The further to the left or the right you move, the more your lens on life distorts.

Friday, October 10, 2014

Three Claims. All False.

I grew up in Bridgeport, CT, a mill town that had its heyday in the 1930s and 1940s and has struggled as manufacturing companies left and its middle class shrunk. Today, it is a sad shell of what it once was. Even back in the day, our school system was poor—torn books, 36 baby-boom children in a classroom, split classes with two different grade levels and one teacher, buildings built at the turn of the 20th century, no gym, no school lunch, ... the list of educational failings is long. Our teachers tried their best, and some kids excelled academically while others didn't. Some kids went on to become successful professionals or tradespeople and others went to jail. It's an old, old story.

When I went to school in Bridgeport, educational decisions were made locally. The state did establish broad standards, but control was in the hands of a local Board of Education, elected by parents. As. It. Should. Be.

There were few state grants, fewer federal programs, and expenditures per student, when measured in 2014 dollars, we so low that it's a wonder that we learned anything at all. Or is it?

Those who believe that big, intrusive government (BIG) at the federal level should control education throughout the United States, make three claims:
  1. that we don't have sufficiently high standards (as dictated from Washington), and therefore the federal government must establish a common core of learning objectives,
  2. that we don't use standardized testing enough or collect sufficient testing metrics to improve education, and
  3. that we clearly don't spend enough money on the education of K-12 students.  
These claims are dead wrong and, if you are to believe educators at the local level, attempts at implementing programs based on these claims are ruining education and the educational experience throughout the country.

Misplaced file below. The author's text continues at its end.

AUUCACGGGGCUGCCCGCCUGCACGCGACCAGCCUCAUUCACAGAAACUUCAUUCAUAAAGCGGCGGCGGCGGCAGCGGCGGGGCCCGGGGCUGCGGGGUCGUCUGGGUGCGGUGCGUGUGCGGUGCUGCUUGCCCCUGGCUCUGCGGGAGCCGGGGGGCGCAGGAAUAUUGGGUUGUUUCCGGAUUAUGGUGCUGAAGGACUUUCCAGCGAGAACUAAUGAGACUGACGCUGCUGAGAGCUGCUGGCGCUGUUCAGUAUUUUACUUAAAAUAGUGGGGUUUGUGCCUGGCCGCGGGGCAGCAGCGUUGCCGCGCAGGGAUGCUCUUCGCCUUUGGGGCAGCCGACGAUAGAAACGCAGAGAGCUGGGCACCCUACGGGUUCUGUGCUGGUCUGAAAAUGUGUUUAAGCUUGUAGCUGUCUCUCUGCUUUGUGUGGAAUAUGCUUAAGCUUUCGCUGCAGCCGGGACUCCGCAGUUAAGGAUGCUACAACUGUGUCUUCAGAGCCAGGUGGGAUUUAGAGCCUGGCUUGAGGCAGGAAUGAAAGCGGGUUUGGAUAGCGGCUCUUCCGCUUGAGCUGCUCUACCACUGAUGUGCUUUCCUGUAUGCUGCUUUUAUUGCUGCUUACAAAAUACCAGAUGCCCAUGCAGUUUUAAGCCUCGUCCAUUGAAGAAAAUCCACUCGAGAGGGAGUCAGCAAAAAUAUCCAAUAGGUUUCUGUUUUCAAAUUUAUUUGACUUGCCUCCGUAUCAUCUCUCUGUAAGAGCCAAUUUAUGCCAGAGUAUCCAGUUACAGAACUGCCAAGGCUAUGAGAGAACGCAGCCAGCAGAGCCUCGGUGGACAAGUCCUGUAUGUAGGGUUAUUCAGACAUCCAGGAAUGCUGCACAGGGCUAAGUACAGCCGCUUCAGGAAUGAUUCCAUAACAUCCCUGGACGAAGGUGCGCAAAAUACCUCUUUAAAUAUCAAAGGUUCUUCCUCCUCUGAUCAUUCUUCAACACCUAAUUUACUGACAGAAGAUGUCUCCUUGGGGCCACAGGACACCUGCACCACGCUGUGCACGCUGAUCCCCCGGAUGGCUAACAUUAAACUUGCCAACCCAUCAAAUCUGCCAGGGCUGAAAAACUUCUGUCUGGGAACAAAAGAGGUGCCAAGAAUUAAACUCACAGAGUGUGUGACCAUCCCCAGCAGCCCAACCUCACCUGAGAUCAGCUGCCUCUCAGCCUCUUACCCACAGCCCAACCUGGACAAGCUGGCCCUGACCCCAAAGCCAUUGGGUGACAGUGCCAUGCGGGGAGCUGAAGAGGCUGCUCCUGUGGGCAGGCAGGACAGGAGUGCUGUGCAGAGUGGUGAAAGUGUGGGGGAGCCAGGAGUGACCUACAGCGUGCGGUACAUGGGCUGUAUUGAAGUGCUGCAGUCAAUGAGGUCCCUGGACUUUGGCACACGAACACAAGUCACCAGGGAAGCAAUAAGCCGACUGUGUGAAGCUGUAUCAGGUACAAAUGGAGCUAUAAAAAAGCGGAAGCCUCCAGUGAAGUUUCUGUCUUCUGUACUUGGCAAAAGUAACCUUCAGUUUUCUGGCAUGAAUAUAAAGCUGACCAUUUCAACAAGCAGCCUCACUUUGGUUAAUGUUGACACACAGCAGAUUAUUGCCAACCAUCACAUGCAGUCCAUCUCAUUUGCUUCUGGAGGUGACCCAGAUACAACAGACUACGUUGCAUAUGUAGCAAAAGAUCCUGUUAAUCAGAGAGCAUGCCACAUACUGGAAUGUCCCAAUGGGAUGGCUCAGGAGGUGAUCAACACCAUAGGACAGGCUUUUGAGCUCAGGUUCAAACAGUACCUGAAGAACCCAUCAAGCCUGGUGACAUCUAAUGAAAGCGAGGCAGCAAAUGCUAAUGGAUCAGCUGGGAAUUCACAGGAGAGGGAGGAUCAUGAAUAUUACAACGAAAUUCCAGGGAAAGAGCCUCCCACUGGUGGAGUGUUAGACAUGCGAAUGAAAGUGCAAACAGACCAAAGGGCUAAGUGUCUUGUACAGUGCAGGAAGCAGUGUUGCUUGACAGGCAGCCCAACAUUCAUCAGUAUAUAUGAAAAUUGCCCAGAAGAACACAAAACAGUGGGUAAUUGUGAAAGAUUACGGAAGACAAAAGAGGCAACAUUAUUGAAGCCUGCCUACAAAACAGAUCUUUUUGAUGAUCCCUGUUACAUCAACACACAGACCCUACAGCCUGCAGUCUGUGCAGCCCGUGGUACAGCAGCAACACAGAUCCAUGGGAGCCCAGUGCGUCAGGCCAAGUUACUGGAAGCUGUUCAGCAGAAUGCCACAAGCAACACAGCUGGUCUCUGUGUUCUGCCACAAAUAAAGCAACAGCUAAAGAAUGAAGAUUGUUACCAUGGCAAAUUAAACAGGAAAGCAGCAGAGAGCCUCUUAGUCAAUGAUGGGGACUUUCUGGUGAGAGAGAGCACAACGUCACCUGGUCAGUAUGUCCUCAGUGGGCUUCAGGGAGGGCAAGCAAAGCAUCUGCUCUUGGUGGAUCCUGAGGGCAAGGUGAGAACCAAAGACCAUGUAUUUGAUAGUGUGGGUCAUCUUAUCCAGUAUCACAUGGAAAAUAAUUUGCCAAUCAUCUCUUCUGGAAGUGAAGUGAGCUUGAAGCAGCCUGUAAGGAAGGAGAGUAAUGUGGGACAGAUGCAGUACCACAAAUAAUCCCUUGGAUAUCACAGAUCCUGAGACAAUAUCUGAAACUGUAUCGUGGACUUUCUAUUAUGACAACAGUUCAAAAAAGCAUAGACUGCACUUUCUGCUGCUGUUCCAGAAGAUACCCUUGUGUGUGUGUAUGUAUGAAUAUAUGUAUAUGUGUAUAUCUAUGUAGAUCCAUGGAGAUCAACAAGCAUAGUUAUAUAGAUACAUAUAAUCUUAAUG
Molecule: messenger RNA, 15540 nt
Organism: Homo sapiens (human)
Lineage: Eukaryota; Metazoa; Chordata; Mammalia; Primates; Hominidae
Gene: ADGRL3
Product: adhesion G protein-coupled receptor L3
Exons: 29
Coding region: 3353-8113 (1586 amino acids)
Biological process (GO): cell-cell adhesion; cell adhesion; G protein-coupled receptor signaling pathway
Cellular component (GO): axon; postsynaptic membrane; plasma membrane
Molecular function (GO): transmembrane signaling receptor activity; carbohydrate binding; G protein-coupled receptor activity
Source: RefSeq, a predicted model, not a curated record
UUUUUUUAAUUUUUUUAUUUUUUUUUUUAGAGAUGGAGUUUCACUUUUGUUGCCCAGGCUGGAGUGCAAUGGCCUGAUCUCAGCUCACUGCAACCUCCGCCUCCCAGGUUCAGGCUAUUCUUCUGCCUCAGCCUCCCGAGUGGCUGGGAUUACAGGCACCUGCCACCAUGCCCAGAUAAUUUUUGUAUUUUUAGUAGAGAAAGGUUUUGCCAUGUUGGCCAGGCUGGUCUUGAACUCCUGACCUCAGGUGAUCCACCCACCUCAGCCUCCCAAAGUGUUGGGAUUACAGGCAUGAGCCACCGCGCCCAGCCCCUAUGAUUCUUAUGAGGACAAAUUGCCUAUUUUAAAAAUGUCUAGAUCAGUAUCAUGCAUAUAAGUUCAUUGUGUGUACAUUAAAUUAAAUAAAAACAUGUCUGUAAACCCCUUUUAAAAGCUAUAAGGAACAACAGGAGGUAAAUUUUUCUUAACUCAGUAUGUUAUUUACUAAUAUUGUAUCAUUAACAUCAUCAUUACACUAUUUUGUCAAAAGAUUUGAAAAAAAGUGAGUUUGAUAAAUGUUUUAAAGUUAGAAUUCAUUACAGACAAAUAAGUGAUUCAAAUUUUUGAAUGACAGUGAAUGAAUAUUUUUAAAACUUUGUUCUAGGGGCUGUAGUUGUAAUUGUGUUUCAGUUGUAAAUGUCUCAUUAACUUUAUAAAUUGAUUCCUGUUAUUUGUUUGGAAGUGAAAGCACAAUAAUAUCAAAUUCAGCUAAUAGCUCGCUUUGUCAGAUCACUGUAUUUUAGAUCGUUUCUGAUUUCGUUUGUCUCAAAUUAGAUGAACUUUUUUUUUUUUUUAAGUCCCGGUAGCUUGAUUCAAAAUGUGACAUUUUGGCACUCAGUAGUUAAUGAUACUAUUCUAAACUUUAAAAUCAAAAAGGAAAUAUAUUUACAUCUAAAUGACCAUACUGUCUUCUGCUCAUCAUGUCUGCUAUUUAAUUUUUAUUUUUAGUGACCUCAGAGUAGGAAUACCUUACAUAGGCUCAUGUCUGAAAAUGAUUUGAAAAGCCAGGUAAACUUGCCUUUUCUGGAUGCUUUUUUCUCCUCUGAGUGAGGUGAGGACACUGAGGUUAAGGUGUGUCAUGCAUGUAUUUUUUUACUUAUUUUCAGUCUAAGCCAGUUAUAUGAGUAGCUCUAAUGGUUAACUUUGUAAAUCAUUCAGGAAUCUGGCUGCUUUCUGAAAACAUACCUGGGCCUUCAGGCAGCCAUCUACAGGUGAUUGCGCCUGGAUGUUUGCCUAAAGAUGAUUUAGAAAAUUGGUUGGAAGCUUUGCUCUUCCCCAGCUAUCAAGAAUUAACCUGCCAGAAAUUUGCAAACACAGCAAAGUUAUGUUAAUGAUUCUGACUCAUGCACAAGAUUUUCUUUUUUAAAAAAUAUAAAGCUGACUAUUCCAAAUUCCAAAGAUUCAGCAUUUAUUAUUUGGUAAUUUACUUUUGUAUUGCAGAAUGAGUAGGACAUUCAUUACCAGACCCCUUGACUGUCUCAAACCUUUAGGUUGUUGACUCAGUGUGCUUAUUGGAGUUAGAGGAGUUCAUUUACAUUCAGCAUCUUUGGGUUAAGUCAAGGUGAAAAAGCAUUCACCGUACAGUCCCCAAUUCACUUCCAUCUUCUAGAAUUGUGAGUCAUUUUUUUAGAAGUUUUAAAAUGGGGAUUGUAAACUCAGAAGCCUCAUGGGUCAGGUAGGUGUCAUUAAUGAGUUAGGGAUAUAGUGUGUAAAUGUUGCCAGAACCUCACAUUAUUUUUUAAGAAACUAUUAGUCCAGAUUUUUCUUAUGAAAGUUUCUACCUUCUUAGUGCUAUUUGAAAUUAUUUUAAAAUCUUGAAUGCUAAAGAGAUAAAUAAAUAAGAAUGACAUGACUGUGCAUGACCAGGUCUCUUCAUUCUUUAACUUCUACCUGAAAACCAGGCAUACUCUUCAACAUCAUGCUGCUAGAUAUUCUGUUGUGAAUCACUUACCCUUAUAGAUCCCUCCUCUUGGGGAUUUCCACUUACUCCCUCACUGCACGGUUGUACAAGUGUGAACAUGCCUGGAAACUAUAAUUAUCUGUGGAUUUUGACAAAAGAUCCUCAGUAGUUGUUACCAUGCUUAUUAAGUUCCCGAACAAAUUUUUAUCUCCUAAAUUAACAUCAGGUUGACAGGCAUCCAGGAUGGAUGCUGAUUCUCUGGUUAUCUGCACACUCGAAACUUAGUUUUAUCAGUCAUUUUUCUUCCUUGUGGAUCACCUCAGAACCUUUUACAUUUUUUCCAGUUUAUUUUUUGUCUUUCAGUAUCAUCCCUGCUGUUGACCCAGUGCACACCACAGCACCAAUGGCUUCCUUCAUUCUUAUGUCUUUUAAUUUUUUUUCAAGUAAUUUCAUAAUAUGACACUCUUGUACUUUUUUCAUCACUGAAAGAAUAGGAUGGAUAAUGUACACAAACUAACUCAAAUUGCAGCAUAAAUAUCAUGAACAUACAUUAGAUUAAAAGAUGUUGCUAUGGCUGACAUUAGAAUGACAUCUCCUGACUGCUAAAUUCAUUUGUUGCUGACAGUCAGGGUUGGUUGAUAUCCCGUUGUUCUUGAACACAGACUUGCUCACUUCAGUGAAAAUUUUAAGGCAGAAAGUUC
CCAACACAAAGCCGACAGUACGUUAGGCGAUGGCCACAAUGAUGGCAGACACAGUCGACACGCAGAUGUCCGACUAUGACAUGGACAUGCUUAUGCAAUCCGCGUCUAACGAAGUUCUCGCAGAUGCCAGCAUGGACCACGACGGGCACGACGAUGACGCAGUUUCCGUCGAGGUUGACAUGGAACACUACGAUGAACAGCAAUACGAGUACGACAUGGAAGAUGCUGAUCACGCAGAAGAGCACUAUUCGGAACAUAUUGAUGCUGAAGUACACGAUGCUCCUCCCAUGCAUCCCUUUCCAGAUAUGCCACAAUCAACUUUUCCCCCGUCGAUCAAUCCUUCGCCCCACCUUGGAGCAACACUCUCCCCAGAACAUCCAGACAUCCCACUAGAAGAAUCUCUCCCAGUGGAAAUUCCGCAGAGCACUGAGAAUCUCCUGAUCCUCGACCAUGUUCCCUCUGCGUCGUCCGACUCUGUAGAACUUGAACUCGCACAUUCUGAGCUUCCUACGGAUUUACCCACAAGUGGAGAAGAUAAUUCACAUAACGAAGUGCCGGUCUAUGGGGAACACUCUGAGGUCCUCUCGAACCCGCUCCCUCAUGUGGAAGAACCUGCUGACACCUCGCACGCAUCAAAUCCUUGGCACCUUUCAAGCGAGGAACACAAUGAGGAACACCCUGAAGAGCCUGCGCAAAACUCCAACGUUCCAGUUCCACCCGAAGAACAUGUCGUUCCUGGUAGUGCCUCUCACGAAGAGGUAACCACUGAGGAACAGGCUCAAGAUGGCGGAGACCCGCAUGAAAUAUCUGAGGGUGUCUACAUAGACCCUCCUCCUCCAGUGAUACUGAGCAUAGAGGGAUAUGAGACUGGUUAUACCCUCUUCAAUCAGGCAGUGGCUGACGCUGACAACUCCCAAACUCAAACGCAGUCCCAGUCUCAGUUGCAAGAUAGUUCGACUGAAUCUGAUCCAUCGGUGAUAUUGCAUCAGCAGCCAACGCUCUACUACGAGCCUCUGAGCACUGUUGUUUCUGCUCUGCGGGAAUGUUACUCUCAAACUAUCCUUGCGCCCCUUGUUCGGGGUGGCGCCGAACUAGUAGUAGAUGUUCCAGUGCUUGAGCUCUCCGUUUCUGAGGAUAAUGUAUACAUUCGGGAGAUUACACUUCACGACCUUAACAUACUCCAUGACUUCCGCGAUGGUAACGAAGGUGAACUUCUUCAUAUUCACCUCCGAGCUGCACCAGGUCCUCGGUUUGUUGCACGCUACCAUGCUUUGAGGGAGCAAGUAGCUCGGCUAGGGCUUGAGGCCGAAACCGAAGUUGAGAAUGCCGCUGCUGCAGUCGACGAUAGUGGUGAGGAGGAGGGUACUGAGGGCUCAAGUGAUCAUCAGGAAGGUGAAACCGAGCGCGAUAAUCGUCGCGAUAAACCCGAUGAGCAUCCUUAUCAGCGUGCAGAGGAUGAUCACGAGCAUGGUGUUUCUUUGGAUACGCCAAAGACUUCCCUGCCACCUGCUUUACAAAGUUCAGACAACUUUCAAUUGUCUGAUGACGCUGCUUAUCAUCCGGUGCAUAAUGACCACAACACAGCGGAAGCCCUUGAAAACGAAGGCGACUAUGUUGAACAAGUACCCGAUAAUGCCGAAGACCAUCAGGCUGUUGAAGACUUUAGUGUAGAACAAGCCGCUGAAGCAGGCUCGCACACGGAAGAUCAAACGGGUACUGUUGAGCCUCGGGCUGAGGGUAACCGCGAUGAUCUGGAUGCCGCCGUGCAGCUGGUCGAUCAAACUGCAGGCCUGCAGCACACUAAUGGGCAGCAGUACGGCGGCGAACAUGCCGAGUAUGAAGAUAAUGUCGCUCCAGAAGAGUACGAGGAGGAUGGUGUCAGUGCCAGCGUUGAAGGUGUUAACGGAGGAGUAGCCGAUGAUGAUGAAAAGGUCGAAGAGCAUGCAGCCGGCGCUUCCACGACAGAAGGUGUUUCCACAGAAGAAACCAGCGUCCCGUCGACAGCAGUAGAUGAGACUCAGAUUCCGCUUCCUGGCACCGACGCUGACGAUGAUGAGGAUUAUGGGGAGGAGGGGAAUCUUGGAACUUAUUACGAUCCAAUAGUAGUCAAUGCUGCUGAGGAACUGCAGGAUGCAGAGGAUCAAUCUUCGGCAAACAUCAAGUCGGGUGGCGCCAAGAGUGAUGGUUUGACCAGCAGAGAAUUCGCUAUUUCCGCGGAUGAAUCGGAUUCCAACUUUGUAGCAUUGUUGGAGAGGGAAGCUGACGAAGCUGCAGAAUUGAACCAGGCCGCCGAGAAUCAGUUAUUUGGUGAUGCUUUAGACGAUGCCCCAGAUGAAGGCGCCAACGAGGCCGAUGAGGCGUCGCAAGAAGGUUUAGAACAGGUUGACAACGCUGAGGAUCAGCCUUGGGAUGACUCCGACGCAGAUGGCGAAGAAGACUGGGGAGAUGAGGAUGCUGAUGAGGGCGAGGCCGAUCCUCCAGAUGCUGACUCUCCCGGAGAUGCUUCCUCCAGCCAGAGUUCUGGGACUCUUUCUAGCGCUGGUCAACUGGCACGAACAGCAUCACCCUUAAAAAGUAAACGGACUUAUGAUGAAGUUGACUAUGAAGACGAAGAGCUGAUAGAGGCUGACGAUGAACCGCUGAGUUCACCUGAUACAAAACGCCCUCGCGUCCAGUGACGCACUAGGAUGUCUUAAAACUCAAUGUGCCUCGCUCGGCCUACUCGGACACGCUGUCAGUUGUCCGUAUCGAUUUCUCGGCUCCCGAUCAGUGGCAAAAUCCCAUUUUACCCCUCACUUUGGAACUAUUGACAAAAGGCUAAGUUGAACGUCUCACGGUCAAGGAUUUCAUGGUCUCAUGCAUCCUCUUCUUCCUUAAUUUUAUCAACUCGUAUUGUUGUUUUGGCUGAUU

Let's take each separately.

Standards.  The common core is a typical example of BIG's efforts to insert itself into K-12 education at the local level. Nancy Strauss suggests six reasons why common core should be rejected:
  • Many of the Kindergarten – 3rd Grade CCSS are developmentally inappropriate, and are not based on well-researched child development knowledge about how young children learn.
  • Many of the skills mandated by the CCSS erroneously assume that all children develop and learn skills at the same rate and in the same way.
  • Early childhood educators did not participate in the development of the standards.
  • There is a lack of research to support the current early childhood CCSS. The standards were not pilot tested and there is no provision for ongoing research or review of their impact on children and on early childhood education.
  • The standards do not take into account what young children today need when they get to school. Children need play in school now more than ever. They need teachers who are skilled facilitators of play so the solid foundations can be laid in the early school years for optimal learning in the later years.